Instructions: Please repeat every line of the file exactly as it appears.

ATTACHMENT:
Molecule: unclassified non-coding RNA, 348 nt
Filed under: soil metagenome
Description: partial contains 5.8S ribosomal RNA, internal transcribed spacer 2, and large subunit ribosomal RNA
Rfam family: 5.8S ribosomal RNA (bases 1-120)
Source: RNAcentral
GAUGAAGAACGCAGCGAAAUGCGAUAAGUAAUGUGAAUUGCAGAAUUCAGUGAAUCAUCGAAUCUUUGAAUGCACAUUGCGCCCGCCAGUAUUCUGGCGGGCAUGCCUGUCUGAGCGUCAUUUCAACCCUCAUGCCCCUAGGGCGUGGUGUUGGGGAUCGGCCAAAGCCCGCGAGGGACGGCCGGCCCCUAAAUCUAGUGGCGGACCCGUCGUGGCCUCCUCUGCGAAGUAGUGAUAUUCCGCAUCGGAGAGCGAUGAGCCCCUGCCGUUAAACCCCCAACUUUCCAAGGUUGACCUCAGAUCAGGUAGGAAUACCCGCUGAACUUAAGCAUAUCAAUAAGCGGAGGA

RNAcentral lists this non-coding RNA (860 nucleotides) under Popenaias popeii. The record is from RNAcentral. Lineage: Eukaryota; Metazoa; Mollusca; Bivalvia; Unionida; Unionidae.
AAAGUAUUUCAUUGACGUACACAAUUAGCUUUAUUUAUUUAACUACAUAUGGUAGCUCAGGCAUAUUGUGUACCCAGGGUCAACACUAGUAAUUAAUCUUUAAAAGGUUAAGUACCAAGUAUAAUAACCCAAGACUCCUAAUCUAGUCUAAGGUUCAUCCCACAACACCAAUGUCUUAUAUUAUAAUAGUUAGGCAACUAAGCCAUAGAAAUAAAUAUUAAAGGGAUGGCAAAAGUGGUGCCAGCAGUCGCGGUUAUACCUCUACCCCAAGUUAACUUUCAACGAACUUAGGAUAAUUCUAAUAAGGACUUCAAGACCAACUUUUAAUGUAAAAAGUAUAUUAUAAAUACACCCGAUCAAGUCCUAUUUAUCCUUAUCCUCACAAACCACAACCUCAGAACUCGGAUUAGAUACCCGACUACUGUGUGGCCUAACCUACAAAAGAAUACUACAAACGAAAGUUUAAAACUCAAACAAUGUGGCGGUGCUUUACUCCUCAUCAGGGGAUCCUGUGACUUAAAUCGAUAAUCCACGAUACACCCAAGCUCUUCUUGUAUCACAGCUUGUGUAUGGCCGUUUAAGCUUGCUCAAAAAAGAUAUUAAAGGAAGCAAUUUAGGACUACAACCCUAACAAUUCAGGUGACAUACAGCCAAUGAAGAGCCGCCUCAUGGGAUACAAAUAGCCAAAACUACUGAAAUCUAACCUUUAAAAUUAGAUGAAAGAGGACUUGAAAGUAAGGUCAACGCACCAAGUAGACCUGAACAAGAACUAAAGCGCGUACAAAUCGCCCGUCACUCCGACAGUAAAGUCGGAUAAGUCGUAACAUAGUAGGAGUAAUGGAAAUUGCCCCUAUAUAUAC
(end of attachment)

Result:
Molecule: unclassified non-coding RNA, 348 nt
Filed under: soil metagenome
Description: partial contains 5.8S ribosomal RNA, internal transcribed spacer 2, and large subunit ribosomal RNA
Rfam family: 5.8S ribosomal RNA (bases 1-120)
Source: RNAcentral
GAUGAAGAACGCAGCGAAAUGCGAUAAGUAAUGUGAAUUGCAGAAUUCAGUGAAUCAUCGAAUCUUUGAAUGCACAUUGCGCCCGCCAGUAUUCUGGCGGGCAUGCCUGUCUGAGCGUCAUUUCAACCCUCAUGCCCCUAGGGCGUGGUGUUGGGGAUCGGCCAAAGCCCGCGAGGGACGGCCGGCCCCUAAAUCUAGUGGCGGACCCGUCGUGGCCUCCUCUGCGAAGUAGUGAUAUUCCGCAUCGGAGAGCGAUGAGCCCCUGCCGUUAAACCCCCAACUUUCCAAGGUUGACCUCAGAUCAGGUAGGAAUACCCGCUGAACUUAAGCAUAUCAAUAAGCGGAGGA

RNAcentral lists this non-coding RNA (860 nucleotides) under Popenaias popeii. The record is from RNAcentral. Lineage: Eukaryota; Metazoa; Mollusca; Bivalvia; Unionida; Unionidae.
AAAGUAUUUCAUUGACGUACACAAUUAGCUUUAUUUAUUUAACUACAUAUGGUAGCUCAGGCAUAUUGUGUACCCAGGGUCAACACUAGUAAUUAAUCUUUAAAAGGUUAAGUACCAAGUAUAAUAACCCAAGACUCCUAAUCUAGUCUAAGGUUCAUCCCACAACACCAAUGUCUUAUAUUAUAAUAGUUAGGCAACUAAGCCAUAGAAAUAAAUAUUAAAGGGAUGGCAAAAGUGGUGCCAGCAGUCGCGGUUAUACCUCUACCCCAAGUUAACUUUCAACGAACUUAGGAUAAUUCUAAUAAGGACUUCAAGACCAACUUUUAAUGUAAAAAGUAUAUUAUAAAUACACCCGAUCAAGUCCUAUUUAUCCUUAUCCUCACAAACCACAACCUCAGAACUCGGAUUAGAUACCCGACUACUGUGUGGCCUAACCUACAAAAGAAUACUACAAACGAAAGUUUAAAACUCAAACAAUGUGGCGGUGCUUUACUCCUCAUCAGGGGAUCCUGUGACUUAAAUCGAUAAUCCACGAUACACCCAAGCUCUUCUUGUAUCACAGCUUGUGUAUGGCCGUUUAAGCUUGCUCAAAAAAGAUAUUAAAGGAAGCAAUUUAGGACUACAACCCUAACAAUUCAGGUGACAUACAGCCAAUGAAGAGCCGCCUCAUGGGAUACAAAUAGCCAAAACUACUGAAAUCUAACCUUUAAAAUUAGAUGAAAGAGGACUUGAAAGUAAGGUCAACGCACCAAGUAGACCUGAACAAGAACUAAAGCGCGUACAAAUCGCCCGUCACUCCGACAGUAAAGUCGGAUAAGUCGUAACAUAGUAGGAGUAAUGGAAAUUGCCCCUAUAUAUAC